Heart disease: Doctor explains how to reduce risk
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Heart disease of coronary heart disease (CHD) is a major cause of death both in the UK and worldwide. Heart disease is caused by the blood supply being blocked or slowed by a build-up of fatty tissues in the arteries. One of the most common pain relievers in the world could be contributing to life-threatening condition says new study.
Researchers with the European Society of Cardiology found that taking aspirin raises a person’s risk of heart failure among those with at least one pre-existing health risk.
These include smoking, being obese, having high blood pressure, high cholesterol, diabetes, or cardiovascular disease.
While some studies find regularly taking aspirin can help protect against illnesses including COVID-19 and cancer, others find it can actually do more harm than good particularly for the heart.
In the study, a total of 31,000 people over the age of 40 were included.
Researchers found that aspirin users had a 26 percent higher risk of heart failure.
All participants were free of heart failure at the start of the study with the team recording each person’s use of aspirin separating them into two groups, namely users and non-users.
Researchers followed up with the participants (who had an average age of 67) over a five-year period.
After accounting for influential factors like gender, weight, age, alcohol use, the use of medications, and various measures of health, the team concluded that aspirin independently contributes to increasing heart failure risk by more than a quarter among people with pre-existing health issues.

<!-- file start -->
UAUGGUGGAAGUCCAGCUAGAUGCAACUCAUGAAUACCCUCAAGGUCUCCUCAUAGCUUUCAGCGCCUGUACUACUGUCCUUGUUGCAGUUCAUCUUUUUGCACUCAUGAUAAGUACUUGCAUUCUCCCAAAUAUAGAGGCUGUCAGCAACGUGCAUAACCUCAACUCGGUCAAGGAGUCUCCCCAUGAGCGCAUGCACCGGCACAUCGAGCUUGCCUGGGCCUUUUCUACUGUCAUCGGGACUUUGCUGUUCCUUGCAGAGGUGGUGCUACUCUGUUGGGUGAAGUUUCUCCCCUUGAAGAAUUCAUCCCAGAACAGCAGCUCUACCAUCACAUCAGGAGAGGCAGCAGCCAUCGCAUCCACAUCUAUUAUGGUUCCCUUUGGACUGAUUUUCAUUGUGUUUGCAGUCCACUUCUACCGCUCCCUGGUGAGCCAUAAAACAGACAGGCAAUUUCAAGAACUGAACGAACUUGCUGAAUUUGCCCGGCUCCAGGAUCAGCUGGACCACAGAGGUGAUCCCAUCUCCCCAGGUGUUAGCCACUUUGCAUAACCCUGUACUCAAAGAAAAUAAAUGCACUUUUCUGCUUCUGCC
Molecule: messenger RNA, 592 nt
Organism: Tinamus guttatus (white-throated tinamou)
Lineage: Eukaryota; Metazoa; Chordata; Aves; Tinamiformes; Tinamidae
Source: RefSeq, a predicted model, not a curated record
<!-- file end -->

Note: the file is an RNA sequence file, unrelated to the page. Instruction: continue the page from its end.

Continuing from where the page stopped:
Overall, 7,698 participants were taking aspirin and 1,330 developed heart failure over the next 5.3 years.
“This is the first study to report that among individuals with a least one risk factor for heart failure, those taking aspirin were more likely to subsequently develop the condition than those not using the medication,” said study author Dr Blerim Mujaj of the University of Freiburg in a media release.
He added: “Large multi-national trials in adults at risk of heart failure are needed to verify these results.
“Aspirin is commonly used – in our study one in four participants were taking the medication.
“In this population, aspirin use was associated with incident heart failure, independent of other risk factors.”
He added: “Large multinational trails in adults at risk of heart failure are needed to verify these results.
“Until then, our observations suggest that aspirin should be prescribed with caution in those with heart failure or with risk factors for the condition.”
Early signs of heart failure include:
- Chest pain, chest tightness, chest pressure and chest discomfort (angina)
- Shortness of breath
- Pain, numbness, weakness or coldness in your legs or arms if the blood vessels in those parts of your body are narrowed
- Pain in the neck, jaw, throat, upper abdomen or back.
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